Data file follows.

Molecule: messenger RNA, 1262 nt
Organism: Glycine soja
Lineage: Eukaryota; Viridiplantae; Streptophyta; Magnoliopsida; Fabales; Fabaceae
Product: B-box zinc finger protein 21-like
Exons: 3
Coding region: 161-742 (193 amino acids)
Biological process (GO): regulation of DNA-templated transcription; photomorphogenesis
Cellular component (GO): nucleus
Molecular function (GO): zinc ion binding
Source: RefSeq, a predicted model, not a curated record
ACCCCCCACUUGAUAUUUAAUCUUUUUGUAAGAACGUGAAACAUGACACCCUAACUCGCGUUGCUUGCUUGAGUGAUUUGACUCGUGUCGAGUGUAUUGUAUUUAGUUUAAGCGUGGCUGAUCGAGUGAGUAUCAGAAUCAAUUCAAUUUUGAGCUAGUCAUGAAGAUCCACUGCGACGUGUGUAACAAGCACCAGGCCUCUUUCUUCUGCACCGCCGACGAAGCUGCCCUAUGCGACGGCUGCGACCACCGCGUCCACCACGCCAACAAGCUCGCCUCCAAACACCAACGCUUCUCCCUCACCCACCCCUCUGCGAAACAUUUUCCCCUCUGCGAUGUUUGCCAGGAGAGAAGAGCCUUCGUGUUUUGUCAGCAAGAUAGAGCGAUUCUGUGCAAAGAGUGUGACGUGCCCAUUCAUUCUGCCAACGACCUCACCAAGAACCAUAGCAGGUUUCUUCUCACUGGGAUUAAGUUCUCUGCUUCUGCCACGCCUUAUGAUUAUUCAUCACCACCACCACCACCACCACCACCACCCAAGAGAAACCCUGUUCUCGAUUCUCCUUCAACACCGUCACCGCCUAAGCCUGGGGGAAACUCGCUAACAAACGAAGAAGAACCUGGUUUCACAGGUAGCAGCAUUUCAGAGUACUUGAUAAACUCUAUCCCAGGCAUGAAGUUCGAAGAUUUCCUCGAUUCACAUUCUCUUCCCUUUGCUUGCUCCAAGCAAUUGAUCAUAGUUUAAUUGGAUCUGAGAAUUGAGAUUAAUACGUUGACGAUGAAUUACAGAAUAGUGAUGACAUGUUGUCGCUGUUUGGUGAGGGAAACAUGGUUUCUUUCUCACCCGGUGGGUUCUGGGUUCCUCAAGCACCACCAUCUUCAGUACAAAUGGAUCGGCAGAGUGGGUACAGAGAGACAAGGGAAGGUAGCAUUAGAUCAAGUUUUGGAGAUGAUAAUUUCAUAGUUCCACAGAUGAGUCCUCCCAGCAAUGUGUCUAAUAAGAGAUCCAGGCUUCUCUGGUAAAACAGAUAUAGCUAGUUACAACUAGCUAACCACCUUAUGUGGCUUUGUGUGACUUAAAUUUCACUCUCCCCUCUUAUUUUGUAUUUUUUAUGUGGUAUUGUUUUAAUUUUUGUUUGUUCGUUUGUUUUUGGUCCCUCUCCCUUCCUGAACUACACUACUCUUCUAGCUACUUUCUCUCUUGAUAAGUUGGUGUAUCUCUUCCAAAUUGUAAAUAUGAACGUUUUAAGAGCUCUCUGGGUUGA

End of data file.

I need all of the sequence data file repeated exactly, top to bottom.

Molecule: messenger RNA, 1262 nt
Organism: Glycine soja
Lineage: Eukaryota; Viridiplantae; Streptophyta; Magnoliopsida; Fabales; Fabaceae
Product: B-box zinc finger protein 21-like
Exons: 3
Coding region: 161-742 (193 amino acids)
Biological process (GO): regulation of DNA-templated transcription; photomorphogenesis
Cellular component (GO): nucleus
Molecular function (GO): zinc ion binding
Source: RefSeq, a predicted model, not a curated record
ACCCCCCACUUGAUAUUUAAUCUUUUUGUAAGAACGUGAAACAUGACACCCUAACUCGCGUUGCUUGCUUGAGUGAUUUGACUCGUGUCGAGUGUAUUGUAUUUAGUUUAAGCGUGGCUGAUCGAGUGAGUAUCAGAAUCAAUUCAAUUUUGAGCUAGUCAUGAAGAUCCACUGCGACGUGUGUAACAAGCACCAGGCCUCUUUCUUCUGCACCGCCGACGAAGCUGCCCUAUGCGACGGCUGCGACCACCGCGUCCACCACGCCAACAAGCUCGCCUCCAAACACCAACGCUUCUCCCUCACCCACCCCUCUGCGAAACAUUUUCCCCUCUGCGAUGUUUGCCAGGAGAGAAGAGCCUUCGUGUUUUGUCAGCAAGAUAGAGCGAUUCUGUGCAAAGAGUGUGACGUGCCCAUUCAUUCUGCCAACGACCUCACCAAGAACCAUAGCAGGUUUCUUCUCACUGGGAUUAAGUUCUCUGCUUCUGCCACGCCUUAUGAUUAUUCAUCACCACCACCACCACCACCACCACCACCCAAGAGAAACCCUGUUCUCGAUUCUCCUUCAACACCGUCACCGCCUAAGCCUGGGGGAAACUCGCUAACAAACGAAGAAGAACCUGGUUUCACAGGUAGCAGCAUUUCAGAGUACUUGAUAAACUCUAUCCCAGGCAUGAAGUUCGAAGAUUUCCUCGAUUCACAUUCUCUUCCCUUUGCUUGCUCCAAGCAAUUGAUCAUAGUUUAAUUGGAUCUGAGAAUUGAGAUUAAUACGUUGACGAUGAAUUACAGAAUAGUGAUGACAUGUUGUCGCUGUUUGGUGAGGGAAACAUGGUUUCUUUCUCACCCGGUGGGUUCUGGGUUCCUCAAGCACCACCAUCUUCAGUACAAAUGGAUCGGCAGAGUGGGUACAGAGAGACAAGGGAAGGUAGCAUUAGAUCAAGUUUUGGAGAUGAUAAUUUCAUAGUUCCACAGAUGAGUCCUCCCAGCAAUGUGUCUAAUAAGAGAUCCAGGCUUCUCUGGUAAAACAGAUAUAGCUAGUUACAACUAGCUAACCACCUUAUGUGGCUUUGUGUGACUUAAAUUUCACUCUCCCCUCUUAUUUUGUAUUUUUUAUGUGGUAUUGUUUUAAUUUUUGUUUGUUCGUUUGUUUUUGGUCCCUCUCCCUUCCUGAACUACACUACUCUUCUAGCUACUUUCUCUCUUGAUAAGUUGGUGUAUCUCUUCCAAAUUGUAAAUAUGAACGUUUUAAGAGCUCUCUGGGUUGA